Keno City is still a bustling, vibrant community, according to a group of people who operate tourism businesses in the town.
Last week the News reported that some Keno residents want to close up shop because of conflicts over mining near the townsite.
“There’s very few of us left, and we want the hell out,” said Jim Milley, owner of the Sourdough Cafe.
Keno’s population fluctuates from about seven in the dead of winter to about 20 in the summer, when tourism operators return to their businesses.
There are still lots of residents and business owners who are interested in investing in the community’s future, said Tracy de la Barre in an interview last week.
“We think that articles like this and what Jim Milley has been saying is doing, by far, more damage to Keno City’s very fragile tourism economy than anything that Alexco has done in the past.”
De la Barre owns the Silvermoon Bunkhouse with her husband, Dirk Rentmeister. Rentmeister grew up in Keno, and the two bought property there in 2005. They live in Keno in the summer and in Whitehorse the rest of the year. This will be their third operating season.
“People who love Keno love Keno because it’s still that funky little town at the end of the road,” said de la Barre. “Jim Milley was right about one thing. It is a resilient little town.”
More people have bought property in the area since Alexco came to town than in the previous two decades, she said. And only two people have left town citing mining as the reason for packing it in.
“You don’t have to go very far from Keno and you’re into pristine, serene areas,” said Rentmeister. “You don’t have to restrict yourself to focusing on what goes on in the industry portions of the town. There’s ample opportunity up there for people to explore, hike, fish, pick berries, mountain bike, tour around. The roads go back forever.”
There are real issues with the mining operations in town, but they are best dealt with through negotiation, not confrontation, said de la Barre.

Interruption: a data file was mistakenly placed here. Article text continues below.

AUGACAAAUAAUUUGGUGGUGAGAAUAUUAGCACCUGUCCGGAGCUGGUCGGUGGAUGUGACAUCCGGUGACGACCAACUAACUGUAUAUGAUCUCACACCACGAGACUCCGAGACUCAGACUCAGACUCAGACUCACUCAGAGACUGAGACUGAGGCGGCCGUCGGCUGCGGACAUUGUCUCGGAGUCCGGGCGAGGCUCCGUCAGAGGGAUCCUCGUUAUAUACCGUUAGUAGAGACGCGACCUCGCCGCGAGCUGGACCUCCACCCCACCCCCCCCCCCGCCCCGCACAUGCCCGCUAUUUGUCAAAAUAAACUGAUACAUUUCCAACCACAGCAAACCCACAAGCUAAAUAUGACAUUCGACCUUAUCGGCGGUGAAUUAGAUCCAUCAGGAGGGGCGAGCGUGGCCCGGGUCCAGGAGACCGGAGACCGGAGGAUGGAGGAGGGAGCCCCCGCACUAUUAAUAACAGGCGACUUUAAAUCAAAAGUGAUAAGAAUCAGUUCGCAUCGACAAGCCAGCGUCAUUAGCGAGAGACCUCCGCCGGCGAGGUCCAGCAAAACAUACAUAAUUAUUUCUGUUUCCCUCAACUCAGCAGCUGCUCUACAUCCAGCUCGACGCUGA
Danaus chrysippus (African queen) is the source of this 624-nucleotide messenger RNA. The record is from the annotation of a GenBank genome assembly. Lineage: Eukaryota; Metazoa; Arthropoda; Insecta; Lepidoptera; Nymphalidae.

“We’re not here to praise Alexco by any means, that’s not the point,” she said.
“We’ve just had a meeting with Alexco in February, and they’ve promised to keep a better handle on maintaining the roads in and around the mill, and wetting them down so the dust is not so much of an issue. They’ve recommitted to making sure that when there’s more people in camp that their vehicles stay out of the centre of town, they’ve committed to looking at some initial remediation that is unsightly to the town.
“We’ve put pressure on them and said, ‘Listen, surely there are things you can do right here, right now, that you can see obviously.’ And they’ve committed to it. It’s an ongoing conversation that we have to have with them and we want to have with them.
“Are we going to effectuate change? I would like to think that we will effectuate some change. Are we going to get everything we want when we want it? Likely not. But that’s pretty much the story of life, isn’t it?”
Leo Martel owns the Keno City Hotel with his brother Mark, and plans to make Keno his full-time home as of this summer. He first moved there in 1984, when he was working at the mine in Elsa.
Martel said he is looking forward to being the first person to be buried in Keno.
He bought the place because it was quiet in Keno, he said.
Now there’s a mill in town, but it won’t be around forever, said Martel. In fact, it hasn’t been in operation since the fall.
There are lots of reasons to come visit Keno, he said.
“We have a world-class museum up there, and Mike has the best pizza in the North.”
Martel, de la Barre and Rentmeister invited all Yukoners to come check out Keno for themselves.
“Places like Keno have had to roll with the punches during their entire existences, from booms and busts to 20 people to 400 people,” said de la Barre. “Who knows what the future has got in store for it? But we don’t think that it’s right to write it off.”
Contact Jacqueline Ronson at